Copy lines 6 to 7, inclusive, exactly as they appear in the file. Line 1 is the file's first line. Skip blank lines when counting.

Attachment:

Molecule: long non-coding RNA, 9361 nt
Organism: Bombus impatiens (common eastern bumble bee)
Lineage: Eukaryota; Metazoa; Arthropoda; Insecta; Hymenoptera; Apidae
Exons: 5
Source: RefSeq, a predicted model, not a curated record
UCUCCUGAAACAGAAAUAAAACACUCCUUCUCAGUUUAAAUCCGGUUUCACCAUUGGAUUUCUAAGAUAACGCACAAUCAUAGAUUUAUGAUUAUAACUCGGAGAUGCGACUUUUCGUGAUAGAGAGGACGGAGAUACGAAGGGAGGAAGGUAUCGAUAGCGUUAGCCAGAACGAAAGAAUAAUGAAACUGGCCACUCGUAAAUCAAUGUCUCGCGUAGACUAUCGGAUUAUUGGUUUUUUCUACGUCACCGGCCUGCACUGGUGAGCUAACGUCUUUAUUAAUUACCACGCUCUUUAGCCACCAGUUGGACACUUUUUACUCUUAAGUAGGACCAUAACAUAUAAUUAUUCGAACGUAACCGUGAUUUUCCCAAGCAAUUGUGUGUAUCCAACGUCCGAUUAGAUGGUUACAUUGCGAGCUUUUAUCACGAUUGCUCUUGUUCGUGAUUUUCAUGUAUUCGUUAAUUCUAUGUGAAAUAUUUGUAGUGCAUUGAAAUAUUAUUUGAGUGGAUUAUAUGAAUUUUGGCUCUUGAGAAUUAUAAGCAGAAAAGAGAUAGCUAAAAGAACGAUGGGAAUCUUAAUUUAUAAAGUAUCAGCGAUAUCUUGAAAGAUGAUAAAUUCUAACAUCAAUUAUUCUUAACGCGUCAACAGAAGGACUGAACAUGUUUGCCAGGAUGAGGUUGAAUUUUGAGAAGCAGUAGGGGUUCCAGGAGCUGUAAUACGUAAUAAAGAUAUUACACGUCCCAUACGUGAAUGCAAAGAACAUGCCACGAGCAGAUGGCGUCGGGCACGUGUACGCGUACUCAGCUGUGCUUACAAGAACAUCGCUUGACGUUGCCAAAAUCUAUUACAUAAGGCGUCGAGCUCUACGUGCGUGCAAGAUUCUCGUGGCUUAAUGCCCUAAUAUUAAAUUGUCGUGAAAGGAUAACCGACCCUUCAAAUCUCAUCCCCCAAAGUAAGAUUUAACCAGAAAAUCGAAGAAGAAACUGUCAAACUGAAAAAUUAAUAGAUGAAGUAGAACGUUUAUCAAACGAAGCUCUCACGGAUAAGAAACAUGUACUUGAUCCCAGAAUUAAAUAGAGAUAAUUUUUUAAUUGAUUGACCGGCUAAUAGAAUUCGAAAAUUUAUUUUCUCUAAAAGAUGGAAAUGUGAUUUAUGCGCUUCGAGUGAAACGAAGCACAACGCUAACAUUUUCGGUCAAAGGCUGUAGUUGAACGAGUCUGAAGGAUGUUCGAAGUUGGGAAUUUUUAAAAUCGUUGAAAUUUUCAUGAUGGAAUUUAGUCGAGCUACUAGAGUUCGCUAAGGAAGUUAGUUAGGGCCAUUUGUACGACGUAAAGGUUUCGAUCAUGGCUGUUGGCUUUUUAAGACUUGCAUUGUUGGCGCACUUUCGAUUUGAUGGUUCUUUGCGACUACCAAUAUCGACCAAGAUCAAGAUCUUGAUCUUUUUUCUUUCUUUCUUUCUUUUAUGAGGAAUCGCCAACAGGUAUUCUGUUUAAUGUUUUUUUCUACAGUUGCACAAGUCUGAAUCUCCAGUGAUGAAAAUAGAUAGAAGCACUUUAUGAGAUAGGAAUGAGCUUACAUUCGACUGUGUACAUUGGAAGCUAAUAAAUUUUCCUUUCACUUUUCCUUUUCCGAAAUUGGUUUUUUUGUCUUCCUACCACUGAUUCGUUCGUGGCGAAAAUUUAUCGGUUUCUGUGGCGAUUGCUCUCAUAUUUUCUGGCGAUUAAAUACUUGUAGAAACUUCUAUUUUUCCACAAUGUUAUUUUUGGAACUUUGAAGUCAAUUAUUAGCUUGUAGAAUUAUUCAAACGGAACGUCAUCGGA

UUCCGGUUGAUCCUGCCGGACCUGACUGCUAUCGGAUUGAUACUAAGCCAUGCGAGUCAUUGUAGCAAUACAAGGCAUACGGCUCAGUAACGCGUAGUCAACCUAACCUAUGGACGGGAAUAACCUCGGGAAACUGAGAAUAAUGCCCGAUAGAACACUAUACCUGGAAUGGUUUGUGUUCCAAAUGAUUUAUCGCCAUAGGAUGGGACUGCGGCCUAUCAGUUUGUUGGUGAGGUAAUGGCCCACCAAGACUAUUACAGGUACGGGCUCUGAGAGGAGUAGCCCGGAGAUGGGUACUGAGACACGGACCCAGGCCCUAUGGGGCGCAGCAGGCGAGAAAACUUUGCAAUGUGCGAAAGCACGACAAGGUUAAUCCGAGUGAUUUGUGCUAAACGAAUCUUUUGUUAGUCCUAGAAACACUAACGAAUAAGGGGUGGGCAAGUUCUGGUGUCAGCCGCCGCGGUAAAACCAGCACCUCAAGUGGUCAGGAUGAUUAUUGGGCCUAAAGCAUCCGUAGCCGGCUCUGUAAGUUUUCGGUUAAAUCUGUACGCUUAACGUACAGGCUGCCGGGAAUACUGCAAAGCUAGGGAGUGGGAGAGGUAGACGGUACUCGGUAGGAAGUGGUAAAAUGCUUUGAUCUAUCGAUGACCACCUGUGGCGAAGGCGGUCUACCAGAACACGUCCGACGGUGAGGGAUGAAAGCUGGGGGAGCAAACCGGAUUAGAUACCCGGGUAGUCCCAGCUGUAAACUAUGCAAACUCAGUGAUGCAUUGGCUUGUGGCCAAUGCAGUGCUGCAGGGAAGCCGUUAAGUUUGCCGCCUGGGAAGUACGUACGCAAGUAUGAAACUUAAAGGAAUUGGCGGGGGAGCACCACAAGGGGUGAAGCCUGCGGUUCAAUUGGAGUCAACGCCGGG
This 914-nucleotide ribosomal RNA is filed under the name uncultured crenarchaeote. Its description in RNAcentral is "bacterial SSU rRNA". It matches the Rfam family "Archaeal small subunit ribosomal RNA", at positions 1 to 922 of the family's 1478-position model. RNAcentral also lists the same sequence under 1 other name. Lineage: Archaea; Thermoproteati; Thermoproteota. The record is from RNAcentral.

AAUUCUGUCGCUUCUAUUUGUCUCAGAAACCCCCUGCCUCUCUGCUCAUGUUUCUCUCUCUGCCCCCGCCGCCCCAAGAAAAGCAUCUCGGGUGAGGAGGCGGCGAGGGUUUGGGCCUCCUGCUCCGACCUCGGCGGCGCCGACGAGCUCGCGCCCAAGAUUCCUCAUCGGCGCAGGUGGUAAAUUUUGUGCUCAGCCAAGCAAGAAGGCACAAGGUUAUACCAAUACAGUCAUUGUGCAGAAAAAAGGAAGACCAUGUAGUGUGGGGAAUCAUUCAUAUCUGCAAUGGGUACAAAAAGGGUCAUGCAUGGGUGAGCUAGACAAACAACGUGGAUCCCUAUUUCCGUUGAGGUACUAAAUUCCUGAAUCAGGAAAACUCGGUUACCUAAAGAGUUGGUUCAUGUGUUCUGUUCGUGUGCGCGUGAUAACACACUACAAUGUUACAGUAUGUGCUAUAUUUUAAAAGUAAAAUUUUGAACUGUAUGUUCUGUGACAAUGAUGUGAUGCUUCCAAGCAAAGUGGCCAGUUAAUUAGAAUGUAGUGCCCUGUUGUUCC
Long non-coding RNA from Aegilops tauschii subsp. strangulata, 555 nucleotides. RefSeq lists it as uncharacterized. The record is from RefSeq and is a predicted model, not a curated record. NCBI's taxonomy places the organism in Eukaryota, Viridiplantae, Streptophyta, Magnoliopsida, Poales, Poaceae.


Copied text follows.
UCUCCUGAAACAGAAAUAAAACACUCCUUCUCAGUUUAAAUCCGGUUUCACCAUUGGAUUUCUAAGAUAACGCACAAUCAUAGAUUUAUGAUUAUAACUCGGAGAUGCGACUUUUCGUGAUAGAGAGGACGGAGAUACGAAGGGAGGAAGGUAUCGAUAGCGUUAGCCAGAACGAAAGAAUAAUGAAACUGGCCACUCGUAAAUCAAUGUCUCGCGUAGACUAUCGGAUUAUUGGUUUUUUCUACGUCACCGGCCUGCACUGGUGAGCUAACGUCUUUAUUAAUUACCACGCUCUUUAGCCACCAGUUGGACACUUUUUACUCUUAAGUAGGACCAUAACAUAUAAUUAUUCGAACGUAACCGUGAUUUUCCCAAGCAAUUGUGUGUAUCCAACGUCCGAUUAGAUGGUUACAUUGCGAGCUUUUAUCACGAUUGCUCUUGUUCGUGAUUUUCAUGUAUUCGUUAAUUCUAUGUGAAAUAUUUGUAGUGCAUUGAAAUAUUAUUUGAGUGGAUUAUAUGAAUUUUGGCUCUUGAGAAUUAUAAGCAGAAAAGAGAUAGCUAAAAGAACGAUGGGAAUCUUAAUUUAUAAAGUAUCAGCGAUAUCUUGAAAGAUGAUAAAUUCUAACAUCAAUUAUUCUUAACGCGUCAACAGAAGGACUGAACAUGUUUGCCAGGAUGAGGUUGAAUUUUGAGAAGCAGUAGGGGUUCCAGGAGCUGUAAUACGUAAUAAAGAUAUUACACGUCCCAUACGUGAAUGCAAAGAACAUGCCACGAGCAGAUGGCGUCGGGCACGUGUACGCGUACUCAGCUGUGCUUACAAGAACAUCGCUUGACGUUGCCAAAAUCUAUUACAUAAGGCGUCGAGCUCUACGUGCGUGCAAGAUUCUCGUGGCUUAAUGCCCUAAUAUUAAAUUGUCGUGAAAGGAUAACCGACCCUUCAAAUCUCAUCCCCCAAAGUAAGAUUUAACCAGAAAAUCGAAGAAGAAACUGUCAAACUGAAAAAUUAAUAGAUGAAGUAGAACGUUUAUCAAACGAAGCUCUCACGGAUAAGAAACAUGUACUUGAUCCCAGAAUUAAAUAGAGAUAAUUUUUUAAUUGAUUGACCGGCUAAUAGAAUUCGAAAAUUUAUUUUCUCUAAAAGAUGGAAAUGUGAUUUAUGCGCUUCGAGUGAAACGAAGCACAACGCUAACAUUUUCGGUCAAAGGCUGUAGUUGAACGAGUCUGAAGGAUGUUCGAAGUUGGGAAUUUUUAAAAUCGUUGAAAUUUUCAUGAUGGAAUUUAGUCGAGCUACUAGAGUUCGCUAAGGAAGUUAGUUAGGGCCAUUUGUACGACGUAAAGGUUUCGAUCAUGGCUGUUGGCUUUUUAAGACUUGCAUUGUUGGCGCACUUUCGAUUUGAUGGUUCUUUGCGACUACCAAUAUCGACCAAGAUCAAGAUCUUGAUCUUUUUUCUUUCUUUCUUUCUUUUAUGAGGAAUCGCCAACAGGUAUUCUGUUUAAUGUUUUUUUCUACAGUUGCACAAGUCUGAAUCUCCAGUGAUGAAAAUAGAUAGAAGCACUUUAUGAGAUAGGAAUGAGCUUACAUUCGACUGUGUACAUUGGAAGCUAAUAAAUUUUCCUUUCACUUUUCCUUUUCCGAAAUUGGUUUUUUUGUCUUCCUACCACUGAUUCGUUCGUGGCGAAAAUUUAUCGGUUUCUGUGGCGAUUGCUCUCAUAUUUUCUGGCGAUUAAAUACUUGUAGAAACUUCUAUUUUUCCACAAUGUUAUUUUUGGAACUUUGAAGUCAAUUAUUAGCUUGUAGAAUUAUUCAAACGGAACGUCAUCGGA

UUCCGGUUGAUCCUGCCGGACCUGACUGCUAUCGGAUUGAUACUAAGCCAUGCGAGUCAUUGUAGCAAUACAAGGCAUACGGCUCAGUAACGCGUAGUCAACCUAACCUAUGGACGGGAAUAACCUCGGGAAACUGAGAAUAAUGCCCGAUAGAACACUAUACCUGGAAUGGUUUGUGUUCCAAAUGAUUUAUCGCCAUAGGAUGGGACUGCGGCCUAUCAGUUUGUUGGUGAGGUAAUGGCCCACCAAGACUAUUACAGGUACGGGCUCUGAGAGGAGUAGCCCGGAGAUGGGUACUGAGACACGGACCCAGGCCCUAUGGGGCGCAGCAGGCGAGAAAACUUUGCAAUGUGCGAAAGCACGACAAGGUUAAUCCGAGUGAUUUGUGCUAAACGAAUCUUUUGUUAGUCCUAGAAACACUAACGAAUAAGGGGUGGGCAAGUUCUGGUGUCAGCCGCCGCGGUAAAACCAGCACCUCAAGUGGUCAGGAUGAUUAUUGGGCCUAAAGCAUCCGUAGCCGGCUCUGUAAGUUUUCGGUUAAAUCUGUACGCUUAACGUACAGGCUGCCGGGAAUACUGCAAAGCUAGGGAGUGGGAGAGGUAGACGGUACUCGGUAGGAAGUGGUAAAAUGCUUUGAUCUAUCGAUGACCACCUGUGGCGAAGGCGGUCUACCAGAACACGUCCGACGGUGAGGGAUGAAAGCUGGGGGAGCAAACCGGAUUAGAUACCCGGGUAGUCCCAGCUGUAAACUAUGCAAACUCAGUGAUGCAUUGGCUUGUGGCCAAUGCAGUGCUGCAGGGAAGCCGUUAAGUUUGCCGCCUGGGAAGUACGUACGCAAGUAUGAAACUUAAAGGAAUUGGCGGGGGAGCACCACAAGGGGUGAAGCCUGCGGUUCAAUUGGAGUCAACGCCGGG